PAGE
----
Martin Gibbons, c/o The Palm Centre

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Late November and early December - proW ably the most depressing time of the year, especially this year when winter seems to have arrived so early. It's raining, cold and miserable, and, worse, we know the weather will not improve much for 4 or 5 months. Personally I like to spend as much time as I can out of the country, and this year has been a good one for travelling. There was our wonderful European Palm Society meeting in Rome in September, very well attended, and much enjoyed by all. Tony King tells the story later in this issue. Soon after that I had a couple of weeks in Sri Lanka with my girlfriend. Not a palmy trip this one more a sun-and-sand-and-sea kind of holiday really - though of course the odd palm did creep into my field of vision.

Toby's and my main trip this year was to South America. We flew to Rio and bought a jeep, then drove 10,000 kms (6000 miles) through Brazil, into Argentina, up into Bolivia, back to Argentina, then through Paraguay to Brazil again and back to Rio where we sold the jeep and flew home.

Lest this should sound just so easy and just so much fun, I should report that much of it was not fun. Brazil is such an expensive country, we could only afford to buy a rather clapped-out jeep with which we - perhaps predictably - experienced all manner of problems. On day 2 a front wheel bearing shattered in a most dramatic and dangerous fashion. Repairs cost several hundred dollars and, worse, 3 days of twiddling our thumbs waiting for spares to arrive from Rio. Next, we were sailing through the wonderful Argentinian countryside when we blew a head gasket. More hundreds of dollars and more wasted days - 5 in all - waiting for a replacement to arrive from Buenos Aires. Then, a few days later, we noticed water dripping from underneath the jeep and realized that the radiator had sprung a leak. More repairs, though happily only half a day.

In addition to problems with the jeep, we had enormous paperwork problems every time we crossed a border. And we crossed lots. You see, it's rather unusual to do what we did, and the various customs officers were not used to seeing a Brazilian registered jeep driven by European tourists, and they were absolutely at a loss to know what papers we should be carrying. At virtually every border, we were initially told, 'You cannot leave/enter our country because you don't have the right papers'. We found this alarming the first time we heard it, and simply amusing the last. In every case we were delayed (from 2 hours to 24 hours) while whispered conversations were held and senior customs officers were consulted. And every time we were allowed in/out after it was realized that in fact we did have the proper papers.

OK, OK, I hear you say, wlsat about the palms? Well, thex were of course quite woisderful, spectacular even, the main difficulty bein~ that they are so spread out, we niight see one population or species in the early morning and the next ones we wanted to see were 400kms away and we wouldn't get to them until the evening. We saw all S species of Trithrinax, one of my favourite genera, and high on our hit list'. Everyone knows that the~' are rather unfriendly. but some of the species have thick interlaced spines half a metre long! 'We saw several species of Butia, Parajubaea torallvi, and the recently described Parajtibaea sunkha. these two both in Bolivia. Now THATS an interesting country, half of it extremely mountainous, the other half absolutely flat. Nice people, beautiful scenery, special palms.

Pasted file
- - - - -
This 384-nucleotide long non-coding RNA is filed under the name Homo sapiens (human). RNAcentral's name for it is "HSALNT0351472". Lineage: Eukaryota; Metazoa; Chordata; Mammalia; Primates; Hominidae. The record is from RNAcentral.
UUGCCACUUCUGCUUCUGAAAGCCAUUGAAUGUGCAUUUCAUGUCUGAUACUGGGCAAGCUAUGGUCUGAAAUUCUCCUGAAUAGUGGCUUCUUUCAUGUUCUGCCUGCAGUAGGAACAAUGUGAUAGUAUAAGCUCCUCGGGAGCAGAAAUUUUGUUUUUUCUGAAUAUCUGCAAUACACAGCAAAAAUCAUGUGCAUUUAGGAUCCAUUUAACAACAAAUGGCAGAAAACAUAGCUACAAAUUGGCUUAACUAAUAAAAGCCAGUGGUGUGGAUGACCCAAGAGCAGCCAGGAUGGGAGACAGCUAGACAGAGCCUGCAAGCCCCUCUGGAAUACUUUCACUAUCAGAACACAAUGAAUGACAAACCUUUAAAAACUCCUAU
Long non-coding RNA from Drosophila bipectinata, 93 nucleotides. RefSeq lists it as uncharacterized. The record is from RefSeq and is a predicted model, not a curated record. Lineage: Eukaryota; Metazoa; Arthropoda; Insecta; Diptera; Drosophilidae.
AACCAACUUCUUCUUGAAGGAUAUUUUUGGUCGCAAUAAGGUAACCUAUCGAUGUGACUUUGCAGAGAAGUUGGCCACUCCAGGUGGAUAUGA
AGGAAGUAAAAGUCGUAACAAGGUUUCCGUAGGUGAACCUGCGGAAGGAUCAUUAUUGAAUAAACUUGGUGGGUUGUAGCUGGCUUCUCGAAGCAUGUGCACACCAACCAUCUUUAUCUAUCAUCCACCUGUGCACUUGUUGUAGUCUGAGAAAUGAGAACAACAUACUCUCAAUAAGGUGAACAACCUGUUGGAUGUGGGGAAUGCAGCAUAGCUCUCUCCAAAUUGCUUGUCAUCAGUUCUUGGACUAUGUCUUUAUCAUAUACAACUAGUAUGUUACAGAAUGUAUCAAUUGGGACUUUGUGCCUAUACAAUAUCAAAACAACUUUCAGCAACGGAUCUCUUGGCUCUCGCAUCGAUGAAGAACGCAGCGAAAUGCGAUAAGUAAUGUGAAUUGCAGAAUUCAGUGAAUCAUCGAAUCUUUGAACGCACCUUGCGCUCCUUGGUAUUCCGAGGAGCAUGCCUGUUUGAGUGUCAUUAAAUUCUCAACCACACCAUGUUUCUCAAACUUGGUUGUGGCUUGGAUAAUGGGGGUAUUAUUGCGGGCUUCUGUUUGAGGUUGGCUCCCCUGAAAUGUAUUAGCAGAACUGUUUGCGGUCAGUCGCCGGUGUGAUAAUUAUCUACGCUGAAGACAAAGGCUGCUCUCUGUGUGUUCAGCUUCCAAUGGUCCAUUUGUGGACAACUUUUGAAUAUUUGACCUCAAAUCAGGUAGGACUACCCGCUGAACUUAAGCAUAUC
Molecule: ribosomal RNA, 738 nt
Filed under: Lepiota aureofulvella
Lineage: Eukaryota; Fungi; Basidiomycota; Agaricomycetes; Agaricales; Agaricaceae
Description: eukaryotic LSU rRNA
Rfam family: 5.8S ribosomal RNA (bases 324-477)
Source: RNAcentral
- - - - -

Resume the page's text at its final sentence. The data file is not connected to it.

We also saw several species of Syagrus (not my favourite genus), and different Attaleas including A. humilis which doesn't grow a trunk and whose bunclses of golf-ball sized frtiit simply lay on the ground at the base of the tree, begging to be collected. The most common palm we saw was undoubtedly Copernicia alba. You can drive for hours (we did) and see nothing else. Many were growing in pastures inundated with water, which was lapping around their trunks, indicating their tolerance of over-watering in cultivation. In the city of Sucre we saw telegraph poles made from their trunks.

The prize for the most spectacular palm we saw would have to go to Trithrinax campestris. Those who went to the EPS meeting in either France or Rome will remeniber - sometimes painfully - these amazing palms with their blue leaves as stiff as sheet metal, and their truisks covered with a network of sharp spines. We saw them growing in some numbers and many were in fruit, unfortunately all green, so not worth collecting.

lt is a bit of shock to come back from all that to England in November, dark, miserable and wet, but next spring promises some exciting events to look forward to: Richard Darlow's Cornwall Get-together and a chance to explore all those south-west gardens that are mentioned so often in Chamaerops. Also in spring I will be leading a tour group of about 12 people to north-east India to see the different palms there. Both these events are advertised later in this issue.

The other item that is advertised is the EPS lapel badge which I hope all members will want to buy and wear. lt is the best way to recognize other EPS members whether you are in Singapore Botanic Gardens or shopping at your local supermarket.

Enjoy this issue, and roll on spring! M.G.

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